NG112 Project web square

Next Generation 112, now

At the EENA Conference 2019, EENA announced the launch of a new project to modernise how citizens can contact emergency services, as well as how emergency organisations communicate with each other. The year-long pilot project – Launching the Deployment of Next Generation 112 (NG112) – will demonstrate how technologies we use every day such as video calls, text chat and home speakers can be integrated into emergency response in different countries.

NG112 is all about making use of Internet Protocol (IP) communications. IP calls can carry more varied data than traditional calls. Most emergency services are currently limited to receiving just voice, but NG112 would mean that they could also receive location information, text, photos, video calls and other data.

On top of this, NG112 would also mean that emergency services call centres (Public Safety Answering Points) can be interconnected. For example, if there is an overload of calls or if one centre becomes unavailable, emergency calls can be redirected to another. Surprisingly, in most countries this is not currently possible.

Tech industries including the Internet of Things, Smart Cities and 5G are thriving in Europe and there is lifesaving role for them in Next Generation emergency response. The fields are seeing multiple high-level investments, with the European Commission earmarking 700 million euros for the 5G partnership[1] and the EIP-SCC pledging 1 billion euros to 300 smart cities by 2020[2]. Embracing these established technologies in the emergency field will help to create more efficient, accessible and flexible emergency services.

But despite being tried, tested and deployed over in the USA and Canada, Next Generation 112 is almost non-existent in Europe, where most emergency services can only be reached by voice call. Emergency services can’t take advantage of the value of these tech industries, because they simply aren’t prepared to receive the data.

As well as missing out on the benefits, as these tech industries continue to grow, emergency services risk becoming isolated as one of the only services accessible exclusively by traditional phone call. As we turn more and more to communication methods like messenger services[3], emergency services risk becoming completely out of touch with everyday communications. The ‘future’ is already here, but we are not embracing it. EENA plans to change all that.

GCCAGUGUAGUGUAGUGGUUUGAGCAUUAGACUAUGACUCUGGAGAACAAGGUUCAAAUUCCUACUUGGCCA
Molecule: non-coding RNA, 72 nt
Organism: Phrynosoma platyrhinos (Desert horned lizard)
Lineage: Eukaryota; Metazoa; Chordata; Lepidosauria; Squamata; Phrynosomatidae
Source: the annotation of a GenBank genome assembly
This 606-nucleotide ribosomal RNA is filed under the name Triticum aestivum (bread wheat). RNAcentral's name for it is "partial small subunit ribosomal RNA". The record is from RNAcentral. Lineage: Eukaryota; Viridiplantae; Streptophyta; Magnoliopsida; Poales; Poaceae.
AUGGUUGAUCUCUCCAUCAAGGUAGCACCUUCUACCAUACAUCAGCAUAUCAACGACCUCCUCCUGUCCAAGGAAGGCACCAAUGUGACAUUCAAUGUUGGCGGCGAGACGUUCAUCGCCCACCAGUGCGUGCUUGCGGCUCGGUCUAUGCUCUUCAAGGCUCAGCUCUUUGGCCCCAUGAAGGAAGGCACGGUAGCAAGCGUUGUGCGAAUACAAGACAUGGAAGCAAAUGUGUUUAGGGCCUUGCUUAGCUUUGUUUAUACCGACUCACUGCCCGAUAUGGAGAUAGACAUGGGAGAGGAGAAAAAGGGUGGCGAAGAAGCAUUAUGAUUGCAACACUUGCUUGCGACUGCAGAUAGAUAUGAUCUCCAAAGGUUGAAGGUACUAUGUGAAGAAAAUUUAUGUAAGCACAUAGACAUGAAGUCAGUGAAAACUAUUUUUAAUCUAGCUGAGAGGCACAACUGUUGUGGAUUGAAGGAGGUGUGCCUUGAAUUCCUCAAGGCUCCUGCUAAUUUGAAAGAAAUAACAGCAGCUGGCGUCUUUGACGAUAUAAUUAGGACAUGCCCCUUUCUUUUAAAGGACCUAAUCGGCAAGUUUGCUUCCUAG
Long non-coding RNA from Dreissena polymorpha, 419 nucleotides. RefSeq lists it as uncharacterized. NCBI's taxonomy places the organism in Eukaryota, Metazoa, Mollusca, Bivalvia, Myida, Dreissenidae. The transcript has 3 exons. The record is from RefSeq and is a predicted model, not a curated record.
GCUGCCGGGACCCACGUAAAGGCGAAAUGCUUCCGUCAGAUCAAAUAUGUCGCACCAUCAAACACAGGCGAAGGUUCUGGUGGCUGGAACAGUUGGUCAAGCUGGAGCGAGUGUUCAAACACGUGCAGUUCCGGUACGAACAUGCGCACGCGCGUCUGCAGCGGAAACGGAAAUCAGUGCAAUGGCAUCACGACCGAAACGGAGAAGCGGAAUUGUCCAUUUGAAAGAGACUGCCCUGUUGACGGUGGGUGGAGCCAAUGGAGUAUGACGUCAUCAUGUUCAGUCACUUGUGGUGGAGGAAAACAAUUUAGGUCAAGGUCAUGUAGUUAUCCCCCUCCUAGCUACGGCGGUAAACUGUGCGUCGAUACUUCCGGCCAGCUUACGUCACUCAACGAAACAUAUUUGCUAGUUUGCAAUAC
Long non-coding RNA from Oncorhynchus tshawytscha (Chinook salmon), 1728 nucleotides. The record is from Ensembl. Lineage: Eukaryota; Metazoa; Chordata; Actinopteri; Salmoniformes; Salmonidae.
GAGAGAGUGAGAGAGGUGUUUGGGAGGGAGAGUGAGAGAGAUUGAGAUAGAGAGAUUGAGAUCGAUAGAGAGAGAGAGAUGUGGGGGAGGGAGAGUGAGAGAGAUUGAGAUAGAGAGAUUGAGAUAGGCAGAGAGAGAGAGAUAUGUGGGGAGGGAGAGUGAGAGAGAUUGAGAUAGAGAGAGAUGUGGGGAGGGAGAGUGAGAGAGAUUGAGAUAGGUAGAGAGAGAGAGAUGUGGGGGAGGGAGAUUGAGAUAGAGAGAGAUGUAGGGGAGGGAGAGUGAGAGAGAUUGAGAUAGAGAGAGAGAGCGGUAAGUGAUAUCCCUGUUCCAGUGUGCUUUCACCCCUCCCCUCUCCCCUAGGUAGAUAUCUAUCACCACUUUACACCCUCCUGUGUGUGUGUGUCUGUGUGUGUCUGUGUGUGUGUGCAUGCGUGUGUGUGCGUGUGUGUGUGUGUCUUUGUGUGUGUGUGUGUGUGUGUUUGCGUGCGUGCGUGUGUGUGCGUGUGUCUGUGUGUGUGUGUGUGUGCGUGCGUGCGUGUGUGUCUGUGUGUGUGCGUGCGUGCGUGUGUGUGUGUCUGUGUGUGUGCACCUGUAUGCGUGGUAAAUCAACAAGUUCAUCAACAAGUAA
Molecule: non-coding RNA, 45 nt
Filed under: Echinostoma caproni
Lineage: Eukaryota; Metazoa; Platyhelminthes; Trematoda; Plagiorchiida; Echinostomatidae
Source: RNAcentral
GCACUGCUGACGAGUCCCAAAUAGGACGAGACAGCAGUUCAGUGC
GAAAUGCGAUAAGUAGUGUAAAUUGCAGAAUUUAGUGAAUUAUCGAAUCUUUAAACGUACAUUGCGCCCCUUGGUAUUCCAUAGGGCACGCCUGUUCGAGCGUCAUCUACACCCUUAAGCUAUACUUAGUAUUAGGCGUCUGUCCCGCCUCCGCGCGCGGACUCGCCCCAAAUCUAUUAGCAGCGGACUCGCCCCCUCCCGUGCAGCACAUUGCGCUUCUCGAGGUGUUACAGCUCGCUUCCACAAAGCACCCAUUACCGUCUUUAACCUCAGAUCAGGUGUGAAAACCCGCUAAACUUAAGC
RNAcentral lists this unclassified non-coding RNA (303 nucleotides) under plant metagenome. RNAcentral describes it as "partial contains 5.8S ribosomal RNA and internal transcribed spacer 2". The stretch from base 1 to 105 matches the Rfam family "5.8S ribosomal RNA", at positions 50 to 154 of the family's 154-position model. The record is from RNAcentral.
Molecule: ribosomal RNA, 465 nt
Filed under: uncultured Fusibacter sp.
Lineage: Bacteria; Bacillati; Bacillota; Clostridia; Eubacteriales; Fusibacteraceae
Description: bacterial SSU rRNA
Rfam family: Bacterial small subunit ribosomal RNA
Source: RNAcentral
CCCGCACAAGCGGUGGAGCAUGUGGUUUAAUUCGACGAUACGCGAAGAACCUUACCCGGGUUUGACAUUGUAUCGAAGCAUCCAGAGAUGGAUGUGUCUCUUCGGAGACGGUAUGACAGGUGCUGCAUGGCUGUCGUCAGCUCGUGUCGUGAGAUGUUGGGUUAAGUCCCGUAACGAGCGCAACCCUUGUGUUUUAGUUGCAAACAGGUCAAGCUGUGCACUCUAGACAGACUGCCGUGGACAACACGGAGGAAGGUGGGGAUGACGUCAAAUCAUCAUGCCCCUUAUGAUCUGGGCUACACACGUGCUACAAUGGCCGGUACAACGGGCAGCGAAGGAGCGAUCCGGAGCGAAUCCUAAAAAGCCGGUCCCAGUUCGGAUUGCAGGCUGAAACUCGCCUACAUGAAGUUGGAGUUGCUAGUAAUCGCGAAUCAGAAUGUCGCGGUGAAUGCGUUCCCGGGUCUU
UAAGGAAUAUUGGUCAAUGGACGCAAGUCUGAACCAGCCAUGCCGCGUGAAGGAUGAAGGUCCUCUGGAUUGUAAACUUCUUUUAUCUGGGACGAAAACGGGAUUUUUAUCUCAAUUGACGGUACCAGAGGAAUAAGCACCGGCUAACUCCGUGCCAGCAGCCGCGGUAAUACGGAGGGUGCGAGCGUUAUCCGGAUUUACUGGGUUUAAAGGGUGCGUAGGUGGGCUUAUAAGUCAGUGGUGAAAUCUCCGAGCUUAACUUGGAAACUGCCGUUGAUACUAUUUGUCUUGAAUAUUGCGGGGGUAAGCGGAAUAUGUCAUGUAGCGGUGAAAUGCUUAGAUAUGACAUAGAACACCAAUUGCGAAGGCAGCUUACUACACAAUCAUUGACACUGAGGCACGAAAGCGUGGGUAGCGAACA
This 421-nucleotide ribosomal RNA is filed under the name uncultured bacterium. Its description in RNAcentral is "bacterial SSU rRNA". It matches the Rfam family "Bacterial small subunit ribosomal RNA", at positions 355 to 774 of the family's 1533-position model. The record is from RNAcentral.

EENA’s new project will test and deploy the NG112 architecture in different European countries. But why do we need it?

Implementing NG112 will address many difficulties faced by emergency services and citizens. Situations proposed to be tested during the project include automatically delivering caller location, calling using connected objects and potentially even broadcasting public warning messages through home speakers. By testing video or text communications, the NG112 project could also help address the needs of the 80 million people with disabilities in Europe[4]. Add to this that networks between emergency centres can be deployed, improving processes with new possibilities, such as routing calls based on language spoken.

Alongside the lifesaving benefits of NG112 comes a growing necessity to switch to internet-based emergency communications, as the Public Switched Telephone Network for traditional voice calls will soon be phased out. With the NG112 project, EENA is addressing this need to begin moving emergency communications to SIP-based systems.

A call for applications has been launched to join EENA’s new project. Countries wishing to apply should create their own consortium. As SIP-enabled phones for emergency calls have already been successful in controlled situations, EENA’s new project will focus on demonstrating their use in more real-life environments. The results from the pilot project will therefore help to build the foundations for practical deployment of NG112, and therefore the future of emergency call-handling in Europe.

By Rose Michael, Knowledge Officer, EENA.


[1]  European Commission

[2]  EIP-SCC

[3] Digital Information World

[4] European Disability Forum

NG112 Call applications

NG112 project: call for applications

Today at the EENA Conference 2019, EENA announced a call for applications for a new project – Launching the Deployment of Next Generation 112 (NG112) – to both modernise how citizens can reach help in case of emergency and to interconnect emergency services. Consortium, including public authorities and middle-tier companies, are invited to apply. The year-long project will build the foundations for practical deployment of NG112 and the future of emergency call-handling in Europe.

NG112 is about making it possible for emergency services to receive not just voice, but location information, real-time text, photos, video calls and other data. For this, emergency services have to modernise their communications technology and open them to internet-based communications. There is a growing necessity to switch to internet-based emergency communications, as the Public Switched Telephone Network for traditional voice calls will soon be phased out.

EENA’s new project will test and deploy the NG112 architecture in different European countries. It will focus on demonstrating its use in real-life environments.